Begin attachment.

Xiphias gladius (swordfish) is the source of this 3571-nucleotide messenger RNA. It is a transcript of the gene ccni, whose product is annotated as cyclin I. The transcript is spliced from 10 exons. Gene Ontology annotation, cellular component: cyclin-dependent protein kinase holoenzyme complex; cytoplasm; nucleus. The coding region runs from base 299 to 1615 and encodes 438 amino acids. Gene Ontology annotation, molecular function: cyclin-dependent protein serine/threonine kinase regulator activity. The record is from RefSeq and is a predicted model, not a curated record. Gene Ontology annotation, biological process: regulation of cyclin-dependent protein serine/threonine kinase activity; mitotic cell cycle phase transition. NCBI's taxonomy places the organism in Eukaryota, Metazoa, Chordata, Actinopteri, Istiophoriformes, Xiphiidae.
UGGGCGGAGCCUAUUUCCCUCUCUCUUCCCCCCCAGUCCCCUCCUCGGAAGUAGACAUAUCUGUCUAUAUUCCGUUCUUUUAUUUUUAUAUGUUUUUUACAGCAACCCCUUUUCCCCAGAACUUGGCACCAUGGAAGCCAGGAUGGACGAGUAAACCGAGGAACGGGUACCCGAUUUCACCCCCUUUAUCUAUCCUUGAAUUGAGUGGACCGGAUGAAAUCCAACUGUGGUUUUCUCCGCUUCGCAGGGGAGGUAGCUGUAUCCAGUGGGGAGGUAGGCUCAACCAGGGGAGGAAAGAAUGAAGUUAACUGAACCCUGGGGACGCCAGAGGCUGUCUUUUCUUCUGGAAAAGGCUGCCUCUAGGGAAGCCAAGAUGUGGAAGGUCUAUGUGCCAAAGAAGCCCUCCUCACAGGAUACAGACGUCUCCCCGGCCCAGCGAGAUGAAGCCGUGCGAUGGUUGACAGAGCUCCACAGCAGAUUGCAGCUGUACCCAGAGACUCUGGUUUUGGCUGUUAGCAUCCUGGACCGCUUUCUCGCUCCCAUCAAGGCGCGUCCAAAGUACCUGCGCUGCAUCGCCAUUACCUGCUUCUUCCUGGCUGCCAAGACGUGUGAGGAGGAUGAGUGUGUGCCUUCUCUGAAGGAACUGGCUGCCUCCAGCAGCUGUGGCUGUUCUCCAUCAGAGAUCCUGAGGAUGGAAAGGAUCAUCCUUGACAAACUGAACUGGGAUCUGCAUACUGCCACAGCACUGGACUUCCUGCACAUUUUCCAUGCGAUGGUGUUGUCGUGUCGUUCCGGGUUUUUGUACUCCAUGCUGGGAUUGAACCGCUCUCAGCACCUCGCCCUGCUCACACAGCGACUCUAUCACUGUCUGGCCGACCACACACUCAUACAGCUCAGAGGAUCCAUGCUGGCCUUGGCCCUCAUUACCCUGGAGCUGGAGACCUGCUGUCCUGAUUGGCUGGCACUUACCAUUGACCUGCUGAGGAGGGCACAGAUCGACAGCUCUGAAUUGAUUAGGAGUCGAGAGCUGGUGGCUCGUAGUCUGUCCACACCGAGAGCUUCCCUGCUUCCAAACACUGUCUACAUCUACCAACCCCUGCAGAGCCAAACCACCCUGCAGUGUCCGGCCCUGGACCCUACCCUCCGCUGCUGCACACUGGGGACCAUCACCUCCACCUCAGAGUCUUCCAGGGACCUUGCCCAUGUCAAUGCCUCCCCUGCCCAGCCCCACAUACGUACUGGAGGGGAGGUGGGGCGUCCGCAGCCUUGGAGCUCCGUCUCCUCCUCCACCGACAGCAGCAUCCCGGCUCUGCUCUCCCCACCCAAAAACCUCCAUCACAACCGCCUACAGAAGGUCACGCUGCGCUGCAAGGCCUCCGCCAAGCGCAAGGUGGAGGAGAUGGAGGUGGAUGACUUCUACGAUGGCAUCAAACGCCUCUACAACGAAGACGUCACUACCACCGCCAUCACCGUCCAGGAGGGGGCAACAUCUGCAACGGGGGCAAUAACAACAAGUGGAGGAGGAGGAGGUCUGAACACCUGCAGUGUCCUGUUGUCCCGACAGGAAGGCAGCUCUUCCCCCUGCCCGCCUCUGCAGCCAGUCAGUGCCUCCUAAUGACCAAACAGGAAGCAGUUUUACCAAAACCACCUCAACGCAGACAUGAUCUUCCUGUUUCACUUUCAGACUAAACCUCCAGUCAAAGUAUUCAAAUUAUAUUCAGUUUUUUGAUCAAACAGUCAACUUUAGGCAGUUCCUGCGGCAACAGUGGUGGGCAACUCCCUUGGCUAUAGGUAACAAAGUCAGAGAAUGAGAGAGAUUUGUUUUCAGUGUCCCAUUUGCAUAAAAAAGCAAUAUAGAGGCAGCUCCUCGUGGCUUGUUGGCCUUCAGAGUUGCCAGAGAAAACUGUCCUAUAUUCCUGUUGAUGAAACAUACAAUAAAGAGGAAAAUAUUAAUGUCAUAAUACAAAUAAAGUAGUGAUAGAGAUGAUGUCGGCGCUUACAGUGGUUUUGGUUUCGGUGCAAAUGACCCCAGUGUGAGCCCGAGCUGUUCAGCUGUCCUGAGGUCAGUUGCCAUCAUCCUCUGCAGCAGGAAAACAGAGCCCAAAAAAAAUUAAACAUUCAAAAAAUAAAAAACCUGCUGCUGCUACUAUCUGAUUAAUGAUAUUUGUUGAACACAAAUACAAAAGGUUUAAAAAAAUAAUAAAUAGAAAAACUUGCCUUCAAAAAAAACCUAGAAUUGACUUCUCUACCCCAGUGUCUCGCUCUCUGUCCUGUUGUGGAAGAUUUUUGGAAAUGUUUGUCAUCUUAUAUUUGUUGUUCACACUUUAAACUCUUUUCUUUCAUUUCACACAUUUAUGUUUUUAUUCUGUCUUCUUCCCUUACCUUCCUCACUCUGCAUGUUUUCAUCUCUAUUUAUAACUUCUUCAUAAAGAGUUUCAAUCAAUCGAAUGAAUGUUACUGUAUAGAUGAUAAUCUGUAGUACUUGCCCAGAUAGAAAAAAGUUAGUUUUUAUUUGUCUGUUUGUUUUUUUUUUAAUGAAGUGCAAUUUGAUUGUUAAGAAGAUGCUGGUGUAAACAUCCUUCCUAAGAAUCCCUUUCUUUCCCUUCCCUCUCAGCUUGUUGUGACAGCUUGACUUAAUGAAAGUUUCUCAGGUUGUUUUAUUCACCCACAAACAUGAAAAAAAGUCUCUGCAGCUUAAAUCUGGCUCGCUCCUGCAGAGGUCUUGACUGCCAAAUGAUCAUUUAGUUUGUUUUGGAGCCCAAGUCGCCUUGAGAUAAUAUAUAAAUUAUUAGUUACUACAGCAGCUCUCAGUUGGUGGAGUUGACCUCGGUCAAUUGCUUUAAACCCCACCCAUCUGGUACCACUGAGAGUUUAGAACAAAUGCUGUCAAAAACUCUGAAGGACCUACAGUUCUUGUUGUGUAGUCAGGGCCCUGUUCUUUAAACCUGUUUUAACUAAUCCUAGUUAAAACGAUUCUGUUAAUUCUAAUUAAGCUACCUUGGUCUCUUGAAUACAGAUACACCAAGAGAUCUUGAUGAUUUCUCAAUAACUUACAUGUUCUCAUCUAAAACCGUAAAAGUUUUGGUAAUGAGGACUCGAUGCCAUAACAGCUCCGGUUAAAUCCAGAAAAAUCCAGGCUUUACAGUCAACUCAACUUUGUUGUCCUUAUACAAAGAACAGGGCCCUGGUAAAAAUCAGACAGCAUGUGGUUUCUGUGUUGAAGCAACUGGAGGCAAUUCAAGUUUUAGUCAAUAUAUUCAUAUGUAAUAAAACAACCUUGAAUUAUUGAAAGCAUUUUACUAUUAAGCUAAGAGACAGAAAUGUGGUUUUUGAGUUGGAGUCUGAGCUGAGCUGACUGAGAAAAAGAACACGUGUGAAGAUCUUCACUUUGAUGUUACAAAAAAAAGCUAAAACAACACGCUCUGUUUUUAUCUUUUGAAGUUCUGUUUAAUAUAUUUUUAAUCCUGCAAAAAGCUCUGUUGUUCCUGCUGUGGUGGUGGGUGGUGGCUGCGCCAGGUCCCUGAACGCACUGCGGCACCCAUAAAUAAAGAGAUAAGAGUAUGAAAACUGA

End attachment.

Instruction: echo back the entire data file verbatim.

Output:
Xiphias gladius (swordfish) is the source of this 3571-nucleotide messenger RNA. It is a transcript of the gene ccni, whose product is annotated as cyclin I. The transcript is spliced from 10 exons. Gene Ontology annotation, cellular component: cyclin-dependent protein kinase holoenzyme complex; cytoplasm; nucleus. The coding region runs from base 299 to 1615 and encodes 438 amino acids. Gene Ontology annotation, molecular function: cyclin-dependent protein serine/threonine kinase regulator activity. The record is from RefSeq and is a predicted model, not a curated record. Gene Ontology annotation, biological process: regulation of cyclin-dependent protein serine/threonine kinase activity; mitotic cell cycle phase transition. NCBI's taxonomy places the organism in Eukaryota, Metazoa, Chordata, Actinopteri, Istiophoriformes, Xiphiidae.
UGGGCGGAGCCUAUUUCCCUCUCUCUUCCCCCCCAGUCCCCUCCUCGGAAGUAGACAUAUCUGUCUAUAUUCCGUUCUUUUAUUUUUAUAUGUUUUUUACAGCAACCCCUUUUCCCCAGAACUUGGCACCAUGGAAGCCAGGAUGGACGAGUAAACCGAGGAACGGGUACCCGAUUUCACCCCCUUUAUCUAUCCUUGAAUUGAGUGGACCGGAUGAAAUCCAACUGUGGUUUUCUCCGCUUCGCAGGGGAGGUAGCUGUAUCCAGUGGGGAGGUAGGCUCAACCAGGGGAGGAAAGAAUGAAGUUAACUGAACCCUGGGGACGCCAGAGGCUGUCUUUUCUUCUGGAAAAGGCUGCCUCUAGGGAAGCCAAGAUGUGGAAGGUCUAUGUGCCAAAGAAGCCCUCCUCACAGGAUACAGACGUCUCCCCGGCCCAGCGAGAUGAAGCCGUGCGAUGGUUGACAGAGCUCCACAGCAGAUUGCAGCUGUACCCAGAGACUCUGGUUUUGGCUGUUAGCAUCCUGGACCGCUUUCUCGCUCCCAUCAAGGCGCGUCCAAAGUACCUGCGCUGCAUCGCCAUUACCUGCUUCUUCCUGGCUGCCAAGACGUGUGAGGAGGAUGAGUGUGUGCCUUCUCUGAAGGAACUGGCUGCCUCCAGCAGCUGUGGCUGUUCUCCAUCAGAGAUCCUGAGGAUGGAAAGGAUCAUCCUUGACAAACUGAACUGGGAUCUGCAUACUGCCACAGCACUGGACUUCCUGCACAUUUUCCAUGCGAUGGUGUUGUCGUGUCGUUCCGGGUUUUUGUACUCCAUGCUGGGAUUGAACCGCUCUCAGCACCUCGCCCUGCUCACACAGCGACUCUAUCACUGUCUGGCCGACCACACACUCAUACAGCUCAGAGGAUCCAUGCUGGCCUUGGCCCUCAUUACCCUGGAGCUGGAGACCUGCUGUCCUGAUUGGCUGGCACUUACCAUUGACCUGCUGAGGAGGGCACAGAUCGACAGCUCUGAAUUGAUUAGGAGUCGAGAGCUGGUGGCUCGUAGUCUGUCCACACCGAGAGCUUCCCUGCUUCCAAACACUGUCUACAUCUACCAACCCCUGCAGAGCCAAACCACCCUGCAGUGUCCGGCCCUGGACCCUACCCUCCGCUGCUGCACACUGGGGACCAUCACCUCCACCUCAGAGUCUUCCAGGGACCUUGCCCAUGUCAAUGCCUCCCCUGCCCAGCCCCACAUACGUACUGGAGGGGAGGUGGGGCGUCCGCAGCCUUGGAGCUCCGUCUCCUCCUCCACCGACAGCAGCAUCCCGGCUCUGCUCUCCCCACCCAAAAACCUCCAUCACAACCGCCUACAGAAGGUCACGCUGCGCUGCAAGGCCUCCGCCAAGCGCAAGGUGGAGGAGAUGGAGGUGGAUGACUUCUACGAUGGCAUCAAACGCCUCUACAACGAAGACGUCACUACCACCGCCAUCACCGUCCAGGAGGGGGCAACAUCUGCAACGGGGGCAAUAACAACAAGUGGAGGAGGAGGAGGUCUGAACACCUGCAGUGUCCUGUUGUCCCGACAGGAAGGCAGCUCUUCCCCCUGCCCGCCUCUGCAGCCAGUCAGUGCCUCCUAAUGACCAAACAGGAAGCAGUUUUACCAAAACCACCUCAACGCAGACAUGAUCUUCCUGUUUCACUUUCAGACUAAACCUCCAGUCAAAGUAUUCAAAUUAUAUUCAGUUUUUUGAUCAAACAGUCAACUUUAGGCAGUUCCUGCGGCAACAGUGGUGGGCAACUCCCUUGGCUAUAGGUAACAAAGUCAGAGAAUGAGAGAGAUUUGUUUUCAGUGUCCCAUUUGCAUAAAAAAGCAAUAUAGAGGCAGCUCCUCGUGGCUUGUUGGCCUUCAGAGUUGCCAGAGAAAACUGUCCUAUAUUCCUGUUGAUGAAACAUACAAUAAAGAGGAAAAUAUUAAUGUCAUAAUACAAAUAAAGUAGUGAUAGAGAUGAUGUCGGCGCUUACAGUGGUUUUGGUUUCGGUGCAAAUGACCCCAGUGUGAGCCCGAGCUGUUCAGCUGUCCUGAGGUCAGUUGCCAUCAUCCUCUGCAGCAGGAAAACAGAGCCCAAAAAAAAUUAAACAUUCAAAAAAUAAAAAACCUGCUGCUGCUACUAUCUGAUUAAUGAUAUUUGUUGAACACAAAUACAAAAGGUUUAAAAAAAUAAUAAAUAGAAAAACUUGCCUUCAAAAAAAACCUAGAAUUGACUUCUCUACCCCAGUGUCUCGCUCUCUGUCCUGUUGUGGAAGAUUUUUGGAAAUGUUUGUCAUCUUAUAUUUGUUGUUCACACUUUAAACUCUUUUCUUUCAUUUCACACAUUUAUGUUUUUAUUCUGUCUUCUUCCCUUACCUUCCUCACUCUGCAUGUUUUCAUCUCUAUUUAUAACUUCUUCAUAAAGAGUUUCAAUCAAUCGAAUGAAUGUUACUGUAUAGAUGAUAAUCUGUAGUACUUGCCCAGAUAGAAAAAAGUUAGUUUUUAUUUGUCUGUUUGUUUUUUUUUUAAUGAAGUGCAAUUUGAUUGUUAAGAAGAUGCUGGUGUAAACAUCCUUCCUAAGAAUCCCUUUCUUUCCCUUCCCUCUCAGCUUGUUGUGACAGCUUGACUUAAUGAAAGUUUCUCAGGUUGUUUUAUUCACCCACAAACAUGAAAAAAAGUCUCUGCAGCUUAAAUCUGGCUCGCUCCUGCAGAGGUCUUGACUGCCAAAUGAUCAUUUAGUUUGUUUUGGAGCCCAAGUCGCCUUGAGAUAAUAUAUAAAUUAUUAGUUACUACAGCAGCUCUCAGUUGGUGGAGUUGACCUCGGUCAAUUGCUUUAAACCCCACCCAUCUGGUACCACUGAGAGUUUAGAACAAAUGCUGUCAAAAACUCUGAAGGACCUACAGUUCUUGUUGUGUAGUCAGGGCCCUGUUCUUUAAACCUGUUUUAACUAAUCCUAGUUAAAACGAUUCUGUUAAUUCUAAUUAAGCUACCUUGGUCUCUUGAAUACAGAUACACCAAGAGAUCUUGAUGAUUUCUCAAUAACUUACAUGUUCUCAUCUAAAACCGUAAAAGUUUUGGUAAUGAGGACUCGAUGCCAUAACAGCUCCGGUUAAAUCCAGAAAAAUCCAGGCUUUACAGUCAACUCAACUUUGUUGUCCUUAUACAAAGAACAGGGCCCUGGUAAAAAUCAGACAGCAUGUGGUUUCUGUGUUGAAGCAACUGGAGGCAAUUCAAGUUUUAGUCAAUAUAUUCAUAUGUAAUAAAACAACCUUGAAUUAUUGAAAGCAUUUUACUAUUAAGCUAAGAGACAGAAAUGUGGUUUUUGAGUUGGAGUCUGAGCUGAGCUGACUGAGAAAAAGAACACGUGUGAAGAUCUUCACUUUGAUGUUACAAAAAAAAGCUAAAACAACACGCUCUGUUUUUAUCUUUUGAAGUUCUGUUUAAUAUAUUUUUAAUCCUGCAAAAAGCUCUGUUGUUCCUGCUGUGGUGGUGGGUGGUGGCUGCGCCAGGUCCCUGAACGCACUGCGGCACCCAUAAAUAAAGAGAUAAGAGUAUGAAAACUGA